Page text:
For products that launch to the public with lots of hype, slick marketing and the promise of a better life, wearables can sometimes be a letdown, so much so that some research suggests that one in three customers stops using a tracker after six months of ownership, and even more ditch them in the long term. My experience is about the same, which is why I was genuinely excited the first time I did a workout while wearing a pair of compression shorts lined with eight electromyography, or EMG, sensors, which delivered real-time visual feedback to an iPhone, illustrating which muscles were firing and how hard they were working. Was it just the electrical signals in my shorts, or was Athos Apparel on to something?
My bet is on the latter. The product Athos offers is a pair of shorts (shipping November 2014) and a shirt (thereafter) equipped with a total of 22 EMG sensors (14 in the shirt, eight in the shorts), four heart rate sensors (two each) and two breathing sensors (just the shirt). From the outside, the warp-knit garments look, feel and behave like other high-end compression apparel: they have flat-seam construction, four-way stretch, moisture-wicking properties, UPF 50 treatment and are machine washable. The only noticeable difference is a small docking station on the outer thigh of the shorts and the upper arm of the shirt, where the “Core” clips in. The Core is the so-called “brain of the system”, a 2.5-inch-long, 20-gram, ellipse-shaped wireless device complete with the hardware and software to collect biosignals and send them to your phone (via Bluetooth), where they’re crunched and illustrated.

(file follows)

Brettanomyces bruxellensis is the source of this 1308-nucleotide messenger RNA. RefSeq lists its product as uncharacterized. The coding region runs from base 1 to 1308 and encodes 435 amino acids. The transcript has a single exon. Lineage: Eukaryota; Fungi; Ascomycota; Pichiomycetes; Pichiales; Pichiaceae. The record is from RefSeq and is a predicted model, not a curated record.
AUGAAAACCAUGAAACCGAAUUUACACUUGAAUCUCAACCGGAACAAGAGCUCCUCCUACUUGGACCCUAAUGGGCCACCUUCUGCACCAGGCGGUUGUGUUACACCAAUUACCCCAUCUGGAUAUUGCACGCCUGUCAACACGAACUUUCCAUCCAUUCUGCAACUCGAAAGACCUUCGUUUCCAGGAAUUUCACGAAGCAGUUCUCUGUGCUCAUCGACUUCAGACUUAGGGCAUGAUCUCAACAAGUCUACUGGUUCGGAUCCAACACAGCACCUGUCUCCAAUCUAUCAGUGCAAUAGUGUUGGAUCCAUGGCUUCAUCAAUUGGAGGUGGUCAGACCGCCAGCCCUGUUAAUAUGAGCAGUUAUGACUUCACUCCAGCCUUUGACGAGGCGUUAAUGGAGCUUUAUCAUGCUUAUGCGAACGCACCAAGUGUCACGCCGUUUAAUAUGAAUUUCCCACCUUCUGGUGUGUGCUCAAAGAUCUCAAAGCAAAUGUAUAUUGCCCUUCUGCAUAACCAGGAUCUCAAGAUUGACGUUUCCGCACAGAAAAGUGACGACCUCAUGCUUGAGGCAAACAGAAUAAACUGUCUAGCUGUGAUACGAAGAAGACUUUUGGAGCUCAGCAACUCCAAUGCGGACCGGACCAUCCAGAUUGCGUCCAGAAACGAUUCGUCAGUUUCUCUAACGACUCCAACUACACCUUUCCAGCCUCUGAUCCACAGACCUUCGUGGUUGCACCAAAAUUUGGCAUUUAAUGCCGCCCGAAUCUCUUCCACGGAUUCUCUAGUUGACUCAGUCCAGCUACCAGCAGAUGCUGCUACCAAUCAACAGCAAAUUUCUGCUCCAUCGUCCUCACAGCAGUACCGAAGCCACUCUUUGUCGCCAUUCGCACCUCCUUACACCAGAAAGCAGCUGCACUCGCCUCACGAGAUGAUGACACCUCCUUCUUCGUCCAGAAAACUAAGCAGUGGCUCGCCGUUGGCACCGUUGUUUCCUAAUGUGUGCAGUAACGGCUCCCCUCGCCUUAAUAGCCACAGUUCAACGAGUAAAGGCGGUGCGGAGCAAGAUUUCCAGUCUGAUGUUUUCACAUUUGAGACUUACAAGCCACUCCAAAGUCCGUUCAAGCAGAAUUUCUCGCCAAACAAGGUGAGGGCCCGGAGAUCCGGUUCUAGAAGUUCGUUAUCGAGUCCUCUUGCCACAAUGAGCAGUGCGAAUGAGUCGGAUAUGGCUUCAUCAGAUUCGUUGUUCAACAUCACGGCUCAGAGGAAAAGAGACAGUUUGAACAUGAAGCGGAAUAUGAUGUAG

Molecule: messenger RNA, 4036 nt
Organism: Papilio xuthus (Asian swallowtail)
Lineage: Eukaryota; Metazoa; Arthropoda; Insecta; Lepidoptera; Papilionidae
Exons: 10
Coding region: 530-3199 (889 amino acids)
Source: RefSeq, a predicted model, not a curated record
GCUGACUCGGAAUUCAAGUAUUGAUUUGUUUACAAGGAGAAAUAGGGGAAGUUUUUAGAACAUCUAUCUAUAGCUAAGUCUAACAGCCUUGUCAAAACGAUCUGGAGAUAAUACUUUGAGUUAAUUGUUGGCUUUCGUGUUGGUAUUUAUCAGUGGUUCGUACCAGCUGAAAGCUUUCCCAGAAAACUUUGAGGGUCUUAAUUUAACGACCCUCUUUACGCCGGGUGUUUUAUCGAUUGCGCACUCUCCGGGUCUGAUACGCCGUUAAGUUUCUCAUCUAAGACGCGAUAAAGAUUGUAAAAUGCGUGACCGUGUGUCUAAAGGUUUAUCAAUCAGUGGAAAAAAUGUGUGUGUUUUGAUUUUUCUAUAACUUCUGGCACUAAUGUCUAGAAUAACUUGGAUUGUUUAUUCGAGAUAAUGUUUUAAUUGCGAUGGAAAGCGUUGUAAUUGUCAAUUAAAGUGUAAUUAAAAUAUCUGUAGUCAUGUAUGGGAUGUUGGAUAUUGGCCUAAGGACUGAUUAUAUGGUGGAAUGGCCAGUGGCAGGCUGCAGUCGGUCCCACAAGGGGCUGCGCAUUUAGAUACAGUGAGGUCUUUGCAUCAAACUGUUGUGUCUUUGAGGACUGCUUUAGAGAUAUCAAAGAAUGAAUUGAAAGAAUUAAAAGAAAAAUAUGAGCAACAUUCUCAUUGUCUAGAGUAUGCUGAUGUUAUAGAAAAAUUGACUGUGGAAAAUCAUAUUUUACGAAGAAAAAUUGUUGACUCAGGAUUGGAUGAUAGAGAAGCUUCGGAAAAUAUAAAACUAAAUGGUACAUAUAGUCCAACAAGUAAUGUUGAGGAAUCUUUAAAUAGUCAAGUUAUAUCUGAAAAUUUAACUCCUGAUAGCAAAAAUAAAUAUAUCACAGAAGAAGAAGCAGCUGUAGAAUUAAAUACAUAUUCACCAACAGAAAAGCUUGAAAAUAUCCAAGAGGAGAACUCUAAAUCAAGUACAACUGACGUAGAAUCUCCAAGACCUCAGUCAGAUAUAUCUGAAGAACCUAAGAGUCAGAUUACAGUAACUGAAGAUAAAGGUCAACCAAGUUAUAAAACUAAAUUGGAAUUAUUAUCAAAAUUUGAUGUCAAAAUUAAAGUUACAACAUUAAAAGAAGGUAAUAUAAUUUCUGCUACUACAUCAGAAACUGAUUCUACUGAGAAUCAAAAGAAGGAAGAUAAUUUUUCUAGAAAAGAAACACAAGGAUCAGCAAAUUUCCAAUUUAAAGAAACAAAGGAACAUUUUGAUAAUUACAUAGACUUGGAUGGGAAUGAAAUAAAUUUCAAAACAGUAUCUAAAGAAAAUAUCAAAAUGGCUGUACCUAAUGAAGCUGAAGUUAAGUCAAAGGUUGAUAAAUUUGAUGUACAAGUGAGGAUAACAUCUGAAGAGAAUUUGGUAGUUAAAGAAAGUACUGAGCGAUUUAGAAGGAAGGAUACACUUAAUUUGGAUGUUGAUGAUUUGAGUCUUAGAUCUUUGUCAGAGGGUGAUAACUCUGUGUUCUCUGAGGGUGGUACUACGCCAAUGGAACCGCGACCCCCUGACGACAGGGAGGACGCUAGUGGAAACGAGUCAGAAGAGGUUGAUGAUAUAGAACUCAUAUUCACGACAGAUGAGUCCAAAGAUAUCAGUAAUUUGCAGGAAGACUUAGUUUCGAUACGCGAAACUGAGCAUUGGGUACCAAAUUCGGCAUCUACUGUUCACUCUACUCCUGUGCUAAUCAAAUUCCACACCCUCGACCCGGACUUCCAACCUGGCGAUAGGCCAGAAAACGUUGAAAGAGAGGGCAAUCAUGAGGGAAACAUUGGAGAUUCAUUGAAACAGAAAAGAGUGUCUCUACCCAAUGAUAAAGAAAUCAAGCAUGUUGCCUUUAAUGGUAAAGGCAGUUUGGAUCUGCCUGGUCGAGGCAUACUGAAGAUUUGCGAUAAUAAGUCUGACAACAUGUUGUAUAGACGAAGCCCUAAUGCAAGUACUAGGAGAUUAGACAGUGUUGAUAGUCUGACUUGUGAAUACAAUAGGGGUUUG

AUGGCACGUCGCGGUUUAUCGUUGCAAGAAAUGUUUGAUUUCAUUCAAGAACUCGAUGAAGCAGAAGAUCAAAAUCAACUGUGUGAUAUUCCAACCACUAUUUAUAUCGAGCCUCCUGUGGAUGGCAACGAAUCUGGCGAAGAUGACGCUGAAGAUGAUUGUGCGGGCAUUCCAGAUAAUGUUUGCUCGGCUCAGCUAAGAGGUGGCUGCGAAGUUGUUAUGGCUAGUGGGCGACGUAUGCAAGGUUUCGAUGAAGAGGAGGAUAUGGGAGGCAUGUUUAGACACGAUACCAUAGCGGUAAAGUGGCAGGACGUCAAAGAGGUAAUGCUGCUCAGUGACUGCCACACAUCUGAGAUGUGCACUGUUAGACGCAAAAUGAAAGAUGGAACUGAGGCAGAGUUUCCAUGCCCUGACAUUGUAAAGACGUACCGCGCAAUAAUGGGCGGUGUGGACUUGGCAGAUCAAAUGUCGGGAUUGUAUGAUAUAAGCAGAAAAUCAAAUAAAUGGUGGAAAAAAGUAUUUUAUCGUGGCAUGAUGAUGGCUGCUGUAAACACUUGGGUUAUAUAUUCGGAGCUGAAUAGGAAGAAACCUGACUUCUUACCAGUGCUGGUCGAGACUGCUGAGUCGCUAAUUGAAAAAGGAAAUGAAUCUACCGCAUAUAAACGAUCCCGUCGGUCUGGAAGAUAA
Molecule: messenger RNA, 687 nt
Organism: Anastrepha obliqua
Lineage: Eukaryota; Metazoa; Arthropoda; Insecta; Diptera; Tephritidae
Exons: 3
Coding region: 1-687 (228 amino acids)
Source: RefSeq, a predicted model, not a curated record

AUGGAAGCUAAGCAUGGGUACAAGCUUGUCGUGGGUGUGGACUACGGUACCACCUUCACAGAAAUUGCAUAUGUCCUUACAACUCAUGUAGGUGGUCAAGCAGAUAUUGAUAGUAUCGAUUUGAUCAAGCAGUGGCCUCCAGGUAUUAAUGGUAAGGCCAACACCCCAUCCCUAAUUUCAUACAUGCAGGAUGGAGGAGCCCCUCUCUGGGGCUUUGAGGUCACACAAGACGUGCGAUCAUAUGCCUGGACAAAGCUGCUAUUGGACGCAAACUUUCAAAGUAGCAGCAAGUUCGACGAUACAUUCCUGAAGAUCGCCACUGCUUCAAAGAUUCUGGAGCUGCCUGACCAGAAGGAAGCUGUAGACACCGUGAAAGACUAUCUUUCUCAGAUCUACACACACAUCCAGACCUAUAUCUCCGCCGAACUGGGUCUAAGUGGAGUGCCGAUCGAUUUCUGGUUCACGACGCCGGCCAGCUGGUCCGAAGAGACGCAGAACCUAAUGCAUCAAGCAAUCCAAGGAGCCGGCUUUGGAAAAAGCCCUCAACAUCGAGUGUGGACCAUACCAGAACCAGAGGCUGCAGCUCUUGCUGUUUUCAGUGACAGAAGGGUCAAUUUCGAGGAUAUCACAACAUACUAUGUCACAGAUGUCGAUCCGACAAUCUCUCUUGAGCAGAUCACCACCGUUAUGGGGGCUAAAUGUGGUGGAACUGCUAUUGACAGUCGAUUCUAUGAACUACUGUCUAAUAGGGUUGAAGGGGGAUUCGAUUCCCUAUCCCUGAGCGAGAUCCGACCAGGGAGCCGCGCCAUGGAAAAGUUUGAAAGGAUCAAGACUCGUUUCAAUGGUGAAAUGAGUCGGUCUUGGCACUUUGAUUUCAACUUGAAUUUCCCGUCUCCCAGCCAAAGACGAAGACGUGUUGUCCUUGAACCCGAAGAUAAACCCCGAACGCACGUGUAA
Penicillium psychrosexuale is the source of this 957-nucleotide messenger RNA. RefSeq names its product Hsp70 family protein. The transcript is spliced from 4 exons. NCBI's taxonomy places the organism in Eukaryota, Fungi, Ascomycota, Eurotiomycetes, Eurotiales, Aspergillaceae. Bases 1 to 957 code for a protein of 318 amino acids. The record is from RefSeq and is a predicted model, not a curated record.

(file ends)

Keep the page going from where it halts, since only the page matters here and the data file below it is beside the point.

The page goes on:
Athos apparel has all the same core functionality (measuring heart rate, breathing, body position) as many other wearable biosensors on the market or on their way — products like the new Ralph Lauren Polo Tech shirt, Hexoskin, or the Jawbone Up24. But the addition of EMG — the collection and evaluation of electrical activity produced by the muscles — is a very big difference indeed because it can tell us all kinds of things about our muscles, including how hard they’re working and exactly when they’re fatiguing. EMG has been studied for decades and used clinically for sports medicine and rehabilitation; the key for Athos was making it available to everyday athletes at a price that wasn’t institutional (the Core is $200 and each item of clothing costs $100) and presenting the information in a way that’s easily digestible. They’ve done both, creating a product that brings something fundamentally new to wearable biosensors and reminding us that we’re not on our way for a sci-fi world in which data streams from our shirts, shorts, sports bras, baby onesies and boxers — we’re already there.
Number of Sensors: 22
Key Technology: electromyography
Capable of Measuring: muscle effort